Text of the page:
For Supreme superfans and those merely curious about the streetwear juggernaut alike, there’s a new tome covering a quarter of a century of the brand’s off-the-wall accessories—and nothing else.
Penned by noted design critic Byron Hawes, the book, Object Oriented: An Anthology of Supreme Accessories from 1994–2018, is a detailed study of the brand’s foray into object design.
Touted as “the only complete survey of a cultural phenomenon,” Object Oriented traces Supreme’s accessory history, from its cheeky roots—remember that skate tool that doubled as a pipe from 2006?—to its memorable collaborations with Spalding and Everlast. It features conversations with noted collectors and designers, plus top-notch original photography.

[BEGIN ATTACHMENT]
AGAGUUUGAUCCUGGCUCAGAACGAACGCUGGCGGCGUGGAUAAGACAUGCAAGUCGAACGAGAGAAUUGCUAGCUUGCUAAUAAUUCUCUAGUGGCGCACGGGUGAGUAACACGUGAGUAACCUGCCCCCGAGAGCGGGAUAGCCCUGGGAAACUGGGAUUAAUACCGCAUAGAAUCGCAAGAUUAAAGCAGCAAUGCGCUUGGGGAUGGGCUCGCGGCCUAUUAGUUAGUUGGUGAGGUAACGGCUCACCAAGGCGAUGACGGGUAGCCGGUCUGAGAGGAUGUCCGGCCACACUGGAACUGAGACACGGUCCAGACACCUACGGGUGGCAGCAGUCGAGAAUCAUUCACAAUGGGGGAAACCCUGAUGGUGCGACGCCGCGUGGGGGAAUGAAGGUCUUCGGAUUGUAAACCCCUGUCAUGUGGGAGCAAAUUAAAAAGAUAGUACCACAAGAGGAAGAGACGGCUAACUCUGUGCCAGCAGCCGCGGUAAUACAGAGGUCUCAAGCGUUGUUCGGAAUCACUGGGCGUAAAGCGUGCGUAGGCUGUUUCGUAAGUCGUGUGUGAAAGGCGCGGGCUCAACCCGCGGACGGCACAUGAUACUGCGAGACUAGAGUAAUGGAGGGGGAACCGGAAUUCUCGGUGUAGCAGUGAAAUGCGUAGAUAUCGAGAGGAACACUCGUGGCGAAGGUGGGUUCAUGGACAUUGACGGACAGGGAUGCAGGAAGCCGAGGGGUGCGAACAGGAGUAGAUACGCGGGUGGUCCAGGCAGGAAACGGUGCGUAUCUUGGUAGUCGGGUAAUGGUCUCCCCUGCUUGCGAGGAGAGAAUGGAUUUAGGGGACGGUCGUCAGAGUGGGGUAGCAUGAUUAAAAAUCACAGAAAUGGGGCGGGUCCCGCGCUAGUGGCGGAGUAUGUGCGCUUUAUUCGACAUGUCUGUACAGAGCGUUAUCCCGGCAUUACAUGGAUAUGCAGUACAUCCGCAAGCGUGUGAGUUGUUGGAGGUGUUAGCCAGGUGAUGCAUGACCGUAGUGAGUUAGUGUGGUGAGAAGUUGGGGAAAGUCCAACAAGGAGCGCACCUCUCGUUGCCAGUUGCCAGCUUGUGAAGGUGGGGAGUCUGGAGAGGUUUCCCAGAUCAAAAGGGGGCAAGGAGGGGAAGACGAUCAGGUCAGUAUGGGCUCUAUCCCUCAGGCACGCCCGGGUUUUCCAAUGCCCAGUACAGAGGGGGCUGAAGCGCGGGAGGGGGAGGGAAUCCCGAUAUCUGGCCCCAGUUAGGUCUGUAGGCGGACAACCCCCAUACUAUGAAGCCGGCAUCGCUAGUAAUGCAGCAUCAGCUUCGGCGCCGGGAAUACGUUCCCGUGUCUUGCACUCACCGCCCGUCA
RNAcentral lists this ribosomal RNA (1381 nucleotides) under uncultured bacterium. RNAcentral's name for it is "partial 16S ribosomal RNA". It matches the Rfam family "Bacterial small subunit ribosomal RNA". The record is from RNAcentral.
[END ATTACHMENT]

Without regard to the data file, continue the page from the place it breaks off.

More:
In recent years, Supreme has garnered a reputation for its off-the-wall objects. The more outlandish, like the $10,000 Supreme Oreos, may elicit an eye roll, but throughout this deep-dive Hawes posits that these accessories deserve as much airtime as other iconic pieces of 20th-century industrial design. Furthermore, he suggests Supreme’s design output is actually more akin to a highly curated museum than a traditional fashion label.
Hawes’ name may be familiar to book-worm hypebeasts. Last year, he published Art on Deck, a coffee table book showcasing all of Supreme’s skateboards from 1998 to 2018.
“Supreme represents a highly crafted collaborative vision of broader culture. Like Warhol’s Brillo Pad ‘box,’ these objects are pop art iconographs,” Hawes said in a press release at the time. “The skate decks retain this spirit with the added layer of being physically emblazoned by some of this century’s most illustrious artists.”
Object Oriented joins a list of recently announced brand-focused tomes, from a pageturner about Adidas sneakers to a book celebrating Bentley’s centenary. You can purchase a copy of Object Oriented: An Anthology of Supreme Accessories from 1994–2018 from Amazon here.
Check out some more pages from the book below: